As chilly autumn mornings remind us of the winter days ahead, it’s a great time to get outside and enjoy the good weather while it lasts. Whether you’re walking through the park or hiking the backcountry during peak foliage, nothing is more invigorating and refreshing than a hot cup of tea.
After all, hydration is important, right? It takes up nearly the same weight to carry tea as it does water, so why not bring some hot tea on your next outing?
What You’ll Need:
Ditch the bagged tea from the grocery store; get real loose leaf tea. That said, you’ll need an infuser to brew your loose leaf tea. Our Highwave Vacuum Travel Mug has a built-in infuser, so all you need is some hot water and loose leaf tea. Otherwise you can brew tea as you normally would and transfer your tea to a thermos or insulated Kleen Kanteen style bottle.
If you’re packing away your tea, keep it sealed tight to prevent leaking, and try to keep it further inside your pack to further insulate.
What Teas Perform Best in Vacuum Bottles
Tea is so flavorful because of the antioxidants found in the leaves. The problem is that tea begins to oxidize when introduced to hot water. The longer the water is left hot, the quicker the oxidation.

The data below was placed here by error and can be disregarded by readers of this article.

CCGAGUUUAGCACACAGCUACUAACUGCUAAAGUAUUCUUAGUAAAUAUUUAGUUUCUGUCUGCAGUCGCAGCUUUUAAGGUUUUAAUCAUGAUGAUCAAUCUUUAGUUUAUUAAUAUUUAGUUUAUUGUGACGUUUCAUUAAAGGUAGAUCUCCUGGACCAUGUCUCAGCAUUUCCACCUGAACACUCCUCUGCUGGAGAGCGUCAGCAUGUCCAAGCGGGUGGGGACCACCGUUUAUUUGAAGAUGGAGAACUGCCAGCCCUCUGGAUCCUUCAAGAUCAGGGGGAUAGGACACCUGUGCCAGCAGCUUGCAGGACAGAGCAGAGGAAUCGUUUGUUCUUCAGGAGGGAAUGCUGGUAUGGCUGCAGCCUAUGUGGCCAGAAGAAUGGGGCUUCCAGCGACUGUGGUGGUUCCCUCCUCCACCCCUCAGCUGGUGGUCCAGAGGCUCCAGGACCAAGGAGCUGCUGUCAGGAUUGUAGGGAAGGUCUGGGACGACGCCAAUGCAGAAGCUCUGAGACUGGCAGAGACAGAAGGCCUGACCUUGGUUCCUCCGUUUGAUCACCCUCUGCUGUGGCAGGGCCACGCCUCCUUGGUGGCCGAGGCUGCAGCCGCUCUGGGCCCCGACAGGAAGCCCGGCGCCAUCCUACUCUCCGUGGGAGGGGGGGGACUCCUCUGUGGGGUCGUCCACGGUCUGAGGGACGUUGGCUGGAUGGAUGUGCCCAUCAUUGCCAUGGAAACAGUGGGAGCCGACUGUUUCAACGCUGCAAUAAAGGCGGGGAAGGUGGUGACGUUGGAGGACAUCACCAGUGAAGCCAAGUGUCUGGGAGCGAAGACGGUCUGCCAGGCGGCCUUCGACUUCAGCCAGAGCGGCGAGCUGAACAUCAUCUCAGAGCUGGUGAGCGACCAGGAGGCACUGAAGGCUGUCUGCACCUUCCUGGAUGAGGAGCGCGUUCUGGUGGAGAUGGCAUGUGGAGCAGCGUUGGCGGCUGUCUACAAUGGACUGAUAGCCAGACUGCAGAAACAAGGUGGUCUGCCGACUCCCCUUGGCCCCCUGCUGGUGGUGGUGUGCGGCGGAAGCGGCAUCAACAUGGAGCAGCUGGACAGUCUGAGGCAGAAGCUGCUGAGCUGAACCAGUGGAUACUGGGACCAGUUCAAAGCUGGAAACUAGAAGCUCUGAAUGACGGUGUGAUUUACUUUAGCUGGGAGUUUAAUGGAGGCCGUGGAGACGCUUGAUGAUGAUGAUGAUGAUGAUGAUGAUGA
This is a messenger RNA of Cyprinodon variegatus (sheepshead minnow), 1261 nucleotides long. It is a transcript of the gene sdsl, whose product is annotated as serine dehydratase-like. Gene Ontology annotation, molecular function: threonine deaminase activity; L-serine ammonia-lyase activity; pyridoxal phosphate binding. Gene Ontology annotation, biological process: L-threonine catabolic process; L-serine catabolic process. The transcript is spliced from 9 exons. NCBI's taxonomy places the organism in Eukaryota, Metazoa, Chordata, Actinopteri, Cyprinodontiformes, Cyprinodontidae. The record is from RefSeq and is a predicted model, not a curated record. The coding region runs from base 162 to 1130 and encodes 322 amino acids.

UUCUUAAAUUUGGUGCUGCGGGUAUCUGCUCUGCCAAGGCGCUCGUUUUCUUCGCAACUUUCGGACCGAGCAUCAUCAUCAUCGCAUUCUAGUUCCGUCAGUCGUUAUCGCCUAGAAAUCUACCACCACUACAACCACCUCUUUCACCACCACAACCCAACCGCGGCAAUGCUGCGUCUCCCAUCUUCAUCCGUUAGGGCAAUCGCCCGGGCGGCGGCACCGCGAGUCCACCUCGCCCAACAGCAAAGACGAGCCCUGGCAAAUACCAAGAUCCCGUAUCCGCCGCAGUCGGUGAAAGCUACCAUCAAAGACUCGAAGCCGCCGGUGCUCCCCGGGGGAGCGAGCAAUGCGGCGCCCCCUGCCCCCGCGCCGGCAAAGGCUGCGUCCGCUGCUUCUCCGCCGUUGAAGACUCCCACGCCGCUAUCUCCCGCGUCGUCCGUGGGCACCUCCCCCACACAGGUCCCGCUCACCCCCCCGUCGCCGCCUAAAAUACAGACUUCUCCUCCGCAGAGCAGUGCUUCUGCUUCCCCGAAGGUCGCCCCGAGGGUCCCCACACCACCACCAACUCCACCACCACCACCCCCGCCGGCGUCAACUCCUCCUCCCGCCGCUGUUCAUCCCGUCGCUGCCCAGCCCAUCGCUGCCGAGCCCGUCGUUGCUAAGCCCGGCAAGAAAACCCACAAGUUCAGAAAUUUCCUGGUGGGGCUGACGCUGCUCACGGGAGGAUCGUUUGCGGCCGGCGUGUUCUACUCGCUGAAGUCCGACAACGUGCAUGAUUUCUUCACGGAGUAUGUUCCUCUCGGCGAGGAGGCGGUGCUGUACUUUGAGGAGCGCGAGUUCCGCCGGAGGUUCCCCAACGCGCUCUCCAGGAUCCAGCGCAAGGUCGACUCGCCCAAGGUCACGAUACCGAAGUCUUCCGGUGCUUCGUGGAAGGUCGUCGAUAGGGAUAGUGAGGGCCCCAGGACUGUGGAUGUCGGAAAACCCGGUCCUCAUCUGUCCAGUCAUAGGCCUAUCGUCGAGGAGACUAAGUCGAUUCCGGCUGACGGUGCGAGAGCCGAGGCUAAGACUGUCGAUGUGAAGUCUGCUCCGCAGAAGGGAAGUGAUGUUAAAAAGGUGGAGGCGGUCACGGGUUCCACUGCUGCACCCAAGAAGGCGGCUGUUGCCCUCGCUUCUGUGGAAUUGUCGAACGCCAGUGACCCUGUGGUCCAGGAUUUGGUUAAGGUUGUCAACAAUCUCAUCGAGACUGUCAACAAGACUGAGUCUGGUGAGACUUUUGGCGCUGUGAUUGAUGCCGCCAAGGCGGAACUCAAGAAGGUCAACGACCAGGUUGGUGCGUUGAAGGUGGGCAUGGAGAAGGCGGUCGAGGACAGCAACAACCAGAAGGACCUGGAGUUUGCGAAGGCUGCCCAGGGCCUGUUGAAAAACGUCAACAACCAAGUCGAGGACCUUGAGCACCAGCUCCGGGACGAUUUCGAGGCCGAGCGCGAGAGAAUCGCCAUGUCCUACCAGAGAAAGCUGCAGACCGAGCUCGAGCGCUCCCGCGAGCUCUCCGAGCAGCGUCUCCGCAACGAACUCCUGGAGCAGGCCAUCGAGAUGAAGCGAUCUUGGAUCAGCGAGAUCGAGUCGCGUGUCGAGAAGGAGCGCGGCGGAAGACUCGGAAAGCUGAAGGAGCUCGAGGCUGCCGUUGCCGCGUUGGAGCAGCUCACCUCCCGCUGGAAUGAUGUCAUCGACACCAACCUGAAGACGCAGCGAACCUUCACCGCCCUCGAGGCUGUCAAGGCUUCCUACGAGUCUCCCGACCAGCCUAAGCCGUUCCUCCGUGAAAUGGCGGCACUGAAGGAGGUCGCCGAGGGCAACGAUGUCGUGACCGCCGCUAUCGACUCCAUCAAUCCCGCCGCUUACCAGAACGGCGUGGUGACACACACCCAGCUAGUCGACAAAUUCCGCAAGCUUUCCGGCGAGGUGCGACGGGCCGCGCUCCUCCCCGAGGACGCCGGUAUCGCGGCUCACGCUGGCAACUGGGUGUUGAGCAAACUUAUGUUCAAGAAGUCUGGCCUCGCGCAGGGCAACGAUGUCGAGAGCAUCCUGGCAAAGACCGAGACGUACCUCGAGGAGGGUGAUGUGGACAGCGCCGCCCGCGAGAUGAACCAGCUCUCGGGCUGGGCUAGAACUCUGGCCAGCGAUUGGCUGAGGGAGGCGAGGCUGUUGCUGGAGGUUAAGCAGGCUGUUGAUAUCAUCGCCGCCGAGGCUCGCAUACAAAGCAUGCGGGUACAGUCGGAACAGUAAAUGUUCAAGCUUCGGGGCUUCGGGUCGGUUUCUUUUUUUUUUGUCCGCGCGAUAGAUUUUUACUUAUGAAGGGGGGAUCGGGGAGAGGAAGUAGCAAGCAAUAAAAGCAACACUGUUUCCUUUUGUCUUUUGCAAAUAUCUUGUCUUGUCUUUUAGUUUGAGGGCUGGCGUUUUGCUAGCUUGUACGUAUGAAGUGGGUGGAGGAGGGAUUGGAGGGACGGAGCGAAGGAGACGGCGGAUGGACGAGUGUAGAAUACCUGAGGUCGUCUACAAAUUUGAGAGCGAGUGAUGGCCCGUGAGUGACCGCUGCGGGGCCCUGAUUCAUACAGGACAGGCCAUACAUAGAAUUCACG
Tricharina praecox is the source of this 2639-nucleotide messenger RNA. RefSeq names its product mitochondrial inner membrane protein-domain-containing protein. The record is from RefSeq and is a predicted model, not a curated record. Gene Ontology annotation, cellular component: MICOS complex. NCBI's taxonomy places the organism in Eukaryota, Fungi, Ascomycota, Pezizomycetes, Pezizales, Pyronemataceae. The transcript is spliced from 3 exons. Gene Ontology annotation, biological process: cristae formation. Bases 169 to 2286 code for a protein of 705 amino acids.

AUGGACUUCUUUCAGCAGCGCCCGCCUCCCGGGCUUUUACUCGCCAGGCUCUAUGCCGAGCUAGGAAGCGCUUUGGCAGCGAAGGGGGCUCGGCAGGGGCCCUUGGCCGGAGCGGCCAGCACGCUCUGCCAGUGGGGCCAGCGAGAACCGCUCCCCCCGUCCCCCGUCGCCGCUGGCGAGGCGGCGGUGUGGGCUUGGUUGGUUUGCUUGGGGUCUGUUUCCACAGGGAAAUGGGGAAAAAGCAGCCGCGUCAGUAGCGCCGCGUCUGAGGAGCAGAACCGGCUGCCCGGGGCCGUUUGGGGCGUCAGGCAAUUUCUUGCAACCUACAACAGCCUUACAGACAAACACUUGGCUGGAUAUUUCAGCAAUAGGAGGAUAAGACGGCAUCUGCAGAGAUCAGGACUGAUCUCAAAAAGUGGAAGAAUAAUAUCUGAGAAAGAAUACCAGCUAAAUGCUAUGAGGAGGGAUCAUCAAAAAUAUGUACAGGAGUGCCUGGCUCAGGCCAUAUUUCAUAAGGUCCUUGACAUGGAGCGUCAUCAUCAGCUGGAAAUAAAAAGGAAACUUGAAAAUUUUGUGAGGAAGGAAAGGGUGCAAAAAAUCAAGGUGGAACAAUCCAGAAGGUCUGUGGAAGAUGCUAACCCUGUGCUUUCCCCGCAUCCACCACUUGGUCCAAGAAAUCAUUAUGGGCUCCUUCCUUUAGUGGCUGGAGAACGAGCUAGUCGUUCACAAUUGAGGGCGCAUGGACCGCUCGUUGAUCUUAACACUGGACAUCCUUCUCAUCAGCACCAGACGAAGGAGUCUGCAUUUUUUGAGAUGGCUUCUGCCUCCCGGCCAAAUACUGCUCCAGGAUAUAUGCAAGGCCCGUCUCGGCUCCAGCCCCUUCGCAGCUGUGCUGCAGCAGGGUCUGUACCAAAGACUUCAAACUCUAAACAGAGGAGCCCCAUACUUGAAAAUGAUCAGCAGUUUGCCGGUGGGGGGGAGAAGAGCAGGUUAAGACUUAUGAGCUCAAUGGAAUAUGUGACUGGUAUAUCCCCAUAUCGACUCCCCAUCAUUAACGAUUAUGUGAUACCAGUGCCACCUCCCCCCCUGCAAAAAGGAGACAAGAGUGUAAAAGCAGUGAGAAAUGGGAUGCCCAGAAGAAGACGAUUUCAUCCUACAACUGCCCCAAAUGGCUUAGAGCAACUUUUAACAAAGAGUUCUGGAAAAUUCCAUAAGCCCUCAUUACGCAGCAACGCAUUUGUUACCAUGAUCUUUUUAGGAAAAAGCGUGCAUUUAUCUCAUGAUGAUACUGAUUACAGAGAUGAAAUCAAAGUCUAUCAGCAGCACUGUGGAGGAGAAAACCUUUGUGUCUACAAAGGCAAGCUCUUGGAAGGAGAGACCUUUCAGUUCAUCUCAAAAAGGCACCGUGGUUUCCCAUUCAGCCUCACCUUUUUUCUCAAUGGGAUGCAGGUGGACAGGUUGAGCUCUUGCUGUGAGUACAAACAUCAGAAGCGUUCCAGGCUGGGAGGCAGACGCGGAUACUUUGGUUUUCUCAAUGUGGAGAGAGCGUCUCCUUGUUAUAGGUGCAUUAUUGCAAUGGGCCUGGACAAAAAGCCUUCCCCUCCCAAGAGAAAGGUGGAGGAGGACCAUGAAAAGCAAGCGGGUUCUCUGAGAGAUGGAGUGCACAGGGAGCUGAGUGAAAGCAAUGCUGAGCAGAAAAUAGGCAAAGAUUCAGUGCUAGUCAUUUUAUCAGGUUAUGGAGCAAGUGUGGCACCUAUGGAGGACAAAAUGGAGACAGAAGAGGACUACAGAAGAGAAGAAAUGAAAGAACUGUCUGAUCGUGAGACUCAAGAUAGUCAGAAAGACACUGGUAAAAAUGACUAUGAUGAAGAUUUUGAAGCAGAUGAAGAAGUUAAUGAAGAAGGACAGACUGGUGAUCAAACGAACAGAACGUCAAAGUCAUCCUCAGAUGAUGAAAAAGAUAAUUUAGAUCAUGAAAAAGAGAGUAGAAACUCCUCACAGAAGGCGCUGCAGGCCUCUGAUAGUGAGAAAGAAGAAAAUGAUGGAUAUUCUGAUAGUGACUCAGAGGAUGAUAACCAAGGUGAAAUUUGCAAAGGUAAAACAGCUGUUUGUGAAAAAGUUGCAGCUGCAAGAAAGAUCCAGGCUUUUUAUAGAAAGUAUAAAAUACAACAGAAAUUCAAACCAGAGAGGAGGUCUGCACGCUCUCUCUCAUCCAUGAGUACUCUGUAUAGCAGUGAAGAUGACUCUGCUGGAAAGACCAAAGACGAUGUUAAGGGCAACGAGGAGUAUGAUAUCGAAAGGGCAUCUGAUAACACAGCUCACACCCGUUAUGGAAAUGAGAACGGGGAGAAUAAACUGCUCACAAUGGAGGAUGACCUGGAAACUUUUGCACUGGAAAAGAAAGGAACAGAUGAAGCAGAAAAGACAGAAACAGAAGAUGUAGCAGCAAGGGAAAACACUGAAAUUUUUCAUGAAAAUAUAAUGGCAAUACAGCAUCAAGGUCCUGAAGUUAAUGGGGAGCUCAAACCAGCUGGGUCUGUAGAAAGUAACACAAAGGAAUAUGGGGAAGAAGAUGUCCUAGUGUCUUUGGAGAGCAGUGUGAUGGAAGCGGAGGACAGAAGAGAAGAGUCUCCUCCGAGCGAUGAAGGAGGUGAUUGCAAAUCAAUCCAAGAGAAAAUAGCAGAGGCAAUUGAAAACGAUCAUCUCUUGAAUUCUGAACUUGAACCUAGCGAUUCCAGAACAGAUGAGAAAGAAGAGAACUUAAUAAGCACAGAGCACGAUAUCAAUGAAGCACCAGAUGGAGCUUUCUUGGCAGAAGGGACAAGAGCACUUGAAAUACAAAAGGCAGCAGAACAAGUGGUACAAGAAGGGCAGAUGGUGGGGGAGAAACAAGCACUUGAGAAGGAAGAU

Basically, some teas can get bitter or otherwise have an unpleasant taste over time, as they are left hot inside a thermos. Some teas perform better than others over time.
The best performing teas are herbal teas and rooibos. Next up are scented black teas and unscented black teas. Black teas with chai spices are especially enjoyable in cold weather. Pu-erh teas also hold up well in a thermos. Certain amber oolongs also perform well.
Green teas and jade oolong teas are hit or miss. The type of antioxidants in green and jade oolong teas are susceptible to heat over long periods, so you may find your favorite green tea is not so nice after hours in the thermos. The only way to be sure is to test your tea.
White teas are poor performers in a thermos. Do to the delicate nature of their preparation, white teas oxidize very quickly, and can even become black in color over a period of hours in a thermos.
Why Does My Tea Get Cold Too Soon?
As you drink from your vacuum bottle, you have less tea inside, resulting in greater heat-loss. It’s better to drink all your tea in a short interval instead of spacing it out over hours. If you have only a little tea left in your thermos, it will cool very quickly
Also, if you keep the lid off, you lose heat a lot faster than when you have the lid on.
If it’s very cold out, consider packing your thermos away around anything that might insulate it further.
Notes on Cleaning
If you brew a flavored tea in your vacuum bottle, be sure to soak it in a baking soda solution afterwards to absorb any flavors. Also, scrub the interior with a bottle brush to minimize staining.